Paris’ New “Budget Participatif”

This week voting began in a new Paris initiative: for the first time in the city’s history, residents get to choose how to use 5% of the municipal government’s investment budget. This budget participatif, which will amount to 426 million euros over 6 years, was one of mayor Anne Hidalgo’s campaign promises. It’s happening now.

(A quick video on how it works, in French, is below)

If this sounds like a radical experiment in democracy, know that the choices are not so radical in and of themselves. Residents are given the choice between 15 projects that have already been pre-selected. We vote for our top 5. (Starting next year, the public will be able to set forth their own ideas).

Um, this doesn't need to happen.

Um, this doesn’t need to happen.

Proposals range from pop-up pools (piscines éphémères) to mobile eco-points for sorting waste and recycling.

While the most popular are already logging thousands of votes online, some have only a handful of supporters so far. (The suggestion of temporary teepees along the Seine – so we can celebrate birthdays “like Indians!” – is currently in last place. I am buoyed by my fellow Parisians’ total lack of interest in this proposal).

Pedagogical gardens in schools

Pedagogical gardens in schools

Some projects are pretty cool, though. Vegetal walls to improve air quality, coworking spaces between students and entrepreneurs, revitalizing areas around the périphérique and in quartiers populaires with art. These are leading the pack so far, and again, I’m feeling right in line with the choices here.

Of course, there will always be dissenters. Follow the hashtag #NotreBudget on Twitter and you’ll see people complaining that these projects will only lead to higher local taxes. (And I don’t know. Claims are that the initiative won’t, but maybe a valid concern?)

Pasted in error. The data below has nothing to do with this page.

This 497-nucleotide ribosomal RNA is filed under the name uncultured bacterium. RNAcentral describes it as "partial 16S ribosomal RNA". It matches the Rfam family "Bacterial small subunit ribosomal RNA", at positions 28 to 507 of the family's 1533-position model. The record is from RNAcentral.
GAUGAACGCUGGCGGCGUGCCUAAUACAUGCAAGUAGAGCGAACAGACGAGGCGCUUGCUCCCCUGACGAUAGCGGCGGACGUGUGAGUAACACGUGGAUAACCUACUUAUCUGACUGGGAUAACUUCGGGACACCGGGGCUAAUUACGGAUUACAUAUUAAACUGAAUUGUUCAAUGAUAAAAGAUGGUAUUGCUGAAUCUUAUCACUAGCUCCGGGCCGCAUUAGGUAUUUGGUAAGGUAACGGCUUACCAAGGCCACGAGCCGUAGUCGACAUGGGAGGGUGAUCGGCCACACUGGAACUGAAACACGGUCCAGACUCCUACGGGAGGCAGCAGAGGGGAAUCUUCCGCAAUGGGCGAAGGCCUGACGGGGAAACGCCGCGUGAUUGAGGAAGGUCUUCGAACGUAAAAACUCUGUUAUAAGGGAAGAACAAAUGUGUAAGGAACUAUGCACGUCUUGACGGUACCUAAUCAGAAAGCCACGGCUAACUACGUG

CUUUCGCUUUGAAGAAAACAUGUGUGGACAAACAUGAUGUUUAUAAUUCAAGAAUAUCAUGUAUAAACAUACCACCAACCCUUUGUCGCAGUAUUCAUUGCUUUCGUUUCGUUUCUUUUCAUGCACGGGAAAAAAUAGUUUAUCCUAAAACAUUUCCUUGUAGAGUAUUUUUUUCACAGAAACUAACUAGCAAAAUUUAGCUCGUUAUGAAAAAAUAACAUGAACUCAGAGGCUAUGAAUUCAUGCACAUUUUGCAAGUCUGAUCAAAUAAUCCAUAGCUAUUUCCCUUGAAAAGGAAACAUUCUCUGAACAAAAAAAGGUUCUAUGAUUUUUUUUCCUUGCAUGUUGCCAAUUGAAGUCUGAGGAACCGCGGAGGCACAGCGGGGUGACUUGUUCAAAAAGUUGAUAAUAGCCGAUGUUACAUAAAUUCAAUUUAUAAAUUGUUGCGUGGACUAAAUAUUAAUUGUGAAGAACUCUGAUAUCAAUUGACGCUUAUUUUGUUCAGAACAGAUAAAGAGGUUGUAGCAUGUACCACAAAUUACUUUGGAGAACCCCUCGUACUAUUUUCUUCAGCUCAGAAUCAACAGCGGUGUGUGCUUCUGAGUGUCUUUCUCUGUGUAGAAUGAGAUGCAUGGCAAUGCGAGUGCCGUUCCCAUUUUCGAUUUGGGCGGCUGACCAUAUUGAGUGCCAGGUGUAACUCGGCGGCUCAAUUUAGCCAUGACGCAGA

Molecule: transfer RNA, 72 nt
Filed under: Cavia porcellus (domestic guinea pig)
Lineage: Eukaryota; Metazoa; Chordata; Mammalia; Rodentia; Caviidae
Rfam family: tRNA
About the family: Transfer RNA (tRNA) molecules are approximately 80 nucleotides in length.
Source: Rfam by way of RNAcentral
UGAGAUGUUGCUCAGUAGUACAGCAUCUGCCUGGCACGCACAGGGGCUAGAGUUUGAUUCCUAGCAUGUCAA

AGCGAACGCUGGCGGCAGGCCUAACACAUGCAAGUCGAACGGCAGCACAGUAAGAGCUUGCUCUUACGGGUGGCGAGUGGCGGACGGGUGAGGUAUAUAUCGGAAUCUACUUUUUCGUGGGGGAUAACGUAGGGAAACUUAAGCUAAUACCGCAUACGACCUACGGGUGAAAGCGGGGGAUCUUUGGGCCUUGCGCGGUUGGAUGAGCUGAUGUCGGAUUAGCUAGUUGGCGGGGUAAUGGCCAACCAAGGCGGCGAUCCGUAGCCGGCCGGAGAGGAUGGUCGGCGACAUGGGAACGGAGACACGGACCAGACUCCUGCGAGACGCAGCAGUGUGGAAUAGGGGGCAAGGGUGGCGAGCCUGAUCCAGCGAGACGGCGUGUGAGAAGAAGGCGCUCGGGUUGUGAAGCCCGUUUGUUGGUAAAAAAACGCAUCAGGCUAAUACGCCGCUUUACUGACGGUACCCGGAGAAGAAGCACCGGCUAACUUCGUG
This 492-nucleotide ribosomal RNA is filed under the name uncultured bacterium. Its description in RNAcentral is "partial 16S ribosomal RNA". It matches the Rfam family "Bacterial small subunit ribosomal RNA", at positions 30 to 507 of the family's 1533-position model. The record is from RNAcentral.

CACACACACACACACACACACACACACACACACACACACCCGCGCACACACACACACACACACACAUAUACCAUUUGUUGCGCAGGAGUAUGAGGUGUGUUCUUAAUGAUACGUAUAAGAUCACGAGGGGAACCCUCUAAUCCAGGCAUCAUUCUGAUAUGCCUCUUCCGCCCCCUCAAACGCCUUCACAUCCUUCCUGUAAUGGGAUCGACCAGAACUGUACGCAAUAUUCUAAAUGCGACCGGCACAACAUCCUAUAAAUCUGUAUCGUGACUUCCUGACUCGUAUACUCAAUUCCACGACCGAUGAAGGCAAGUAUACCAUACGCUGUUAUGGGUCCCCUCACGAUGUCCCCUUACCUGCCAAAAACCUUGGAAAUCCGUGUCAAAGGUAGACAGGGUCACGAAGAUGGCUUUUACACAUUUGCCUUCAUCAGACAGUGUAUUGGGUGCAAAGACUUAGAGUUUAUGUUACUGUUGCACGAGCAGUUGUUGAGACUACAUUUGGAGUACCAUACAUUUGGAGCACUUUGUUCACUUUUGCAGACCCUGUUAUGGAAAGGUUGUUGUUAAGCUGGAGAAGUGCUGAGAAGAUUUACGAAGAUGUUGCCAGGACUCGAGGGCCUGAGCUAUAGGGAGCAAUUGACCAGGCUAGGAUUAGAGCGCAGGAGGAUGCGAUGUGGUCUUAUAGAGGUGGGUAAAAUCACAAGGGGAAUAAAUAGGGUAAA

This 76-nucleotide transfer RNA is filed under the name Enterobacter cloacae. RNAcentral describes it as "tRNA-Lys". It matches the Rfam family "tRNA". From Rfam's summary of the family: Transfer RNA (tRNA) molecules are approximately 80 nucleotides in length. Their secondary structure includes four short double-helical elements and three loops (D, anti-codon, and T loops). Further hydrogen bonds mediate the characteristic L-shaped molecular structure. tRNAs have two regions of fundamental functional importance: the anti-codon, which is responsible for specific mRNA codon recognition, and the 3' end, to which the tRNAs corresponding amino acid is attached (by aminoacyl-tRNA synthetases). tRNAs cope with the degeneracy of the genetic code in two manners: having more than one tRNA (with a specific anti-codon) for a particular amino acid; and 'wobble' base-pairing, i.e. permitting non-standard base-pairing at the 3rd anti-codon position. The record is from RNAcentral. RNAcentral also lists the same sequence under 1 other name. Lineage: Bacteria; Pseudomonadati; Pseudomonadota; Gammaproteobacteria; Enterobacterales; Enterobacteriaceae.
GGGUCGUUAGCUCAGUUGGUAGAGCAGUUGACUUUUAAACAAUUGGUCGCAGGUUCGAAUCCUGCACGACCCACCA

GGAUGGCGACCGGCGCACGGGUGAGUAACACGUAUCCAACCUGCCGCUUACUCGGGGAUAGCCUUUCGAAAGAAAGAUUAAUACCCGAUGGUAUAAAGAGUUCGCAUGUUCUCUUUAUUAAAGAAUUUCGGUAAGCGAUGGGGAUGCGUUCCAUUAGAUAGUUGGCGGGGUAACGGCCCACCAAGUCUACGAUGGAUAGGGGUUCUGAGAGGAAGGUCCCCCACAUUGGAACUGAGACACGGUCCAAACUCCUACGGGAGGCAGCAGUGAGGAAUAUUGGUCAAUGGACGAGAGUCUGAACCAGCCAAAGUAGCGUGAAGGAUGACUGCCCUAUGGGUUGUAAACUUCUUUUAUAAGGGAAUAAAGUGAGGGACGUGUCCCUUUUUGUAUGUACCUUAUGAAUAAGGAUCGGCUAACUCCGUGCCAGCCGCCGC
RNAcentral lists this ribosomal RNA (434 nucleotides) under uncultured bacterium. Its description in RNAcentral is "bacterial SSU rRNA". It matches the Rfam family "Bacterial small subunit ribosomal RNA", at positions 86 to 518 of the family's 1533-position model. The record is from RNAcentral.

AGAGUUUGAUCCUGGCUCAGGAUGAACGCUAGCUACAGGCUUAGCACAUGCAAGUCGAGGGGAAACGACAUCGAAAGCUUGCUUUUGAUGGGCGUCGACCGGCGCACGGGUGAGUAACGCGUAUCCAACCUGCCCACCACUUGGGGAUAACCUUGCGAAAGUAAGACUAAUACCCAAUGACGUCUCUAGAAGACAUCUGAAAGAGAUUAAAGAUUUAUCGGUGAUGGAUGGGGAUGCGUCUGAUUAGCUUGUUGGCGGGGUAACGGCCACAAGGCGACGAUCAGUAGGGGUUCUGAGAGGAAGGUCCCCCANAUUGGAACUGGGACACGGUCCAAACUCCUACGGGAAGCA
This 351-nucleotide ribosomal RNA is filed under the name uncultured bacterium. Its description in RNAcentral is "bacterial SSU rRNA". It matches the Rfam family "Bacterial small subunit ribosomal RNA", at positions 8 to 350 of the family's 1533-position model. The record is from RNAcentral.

Best-named project: urban reconquest

Best-named project: urban reconquest

I’m not going to poo-poo any effort that asks us how we want to use government money, though. Heck, I wouldn’t mind having even more of a say. (Ahem, more affordable housing, please!). These may not seem like the most substantive of proposals, but as a big fan of cultural and environmental projects, I’m happy to voice my opinion. It’s cool to get a city’s population participating for reals.

Because, oh yeah, people – I can get in on this! For the first time since living in France I get to vote on something here! Any resident – no matter the age, no matter the nationality – can cast a ballot. Woot!

Voting is open through October 1. Eligible voters can do so at their local mairie or right on the budget participatif website.

What would *you* like to see in Paris?

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paris (im)perfect?

Sion Dayson is paris (im)perfect. Writer, dreamer, I moved to France on – no exaggerating – a romantic whim. As you can imagine, a lot can go wrong (and very right!) with such a (non)plan. These are the (im)perfect stories that result.

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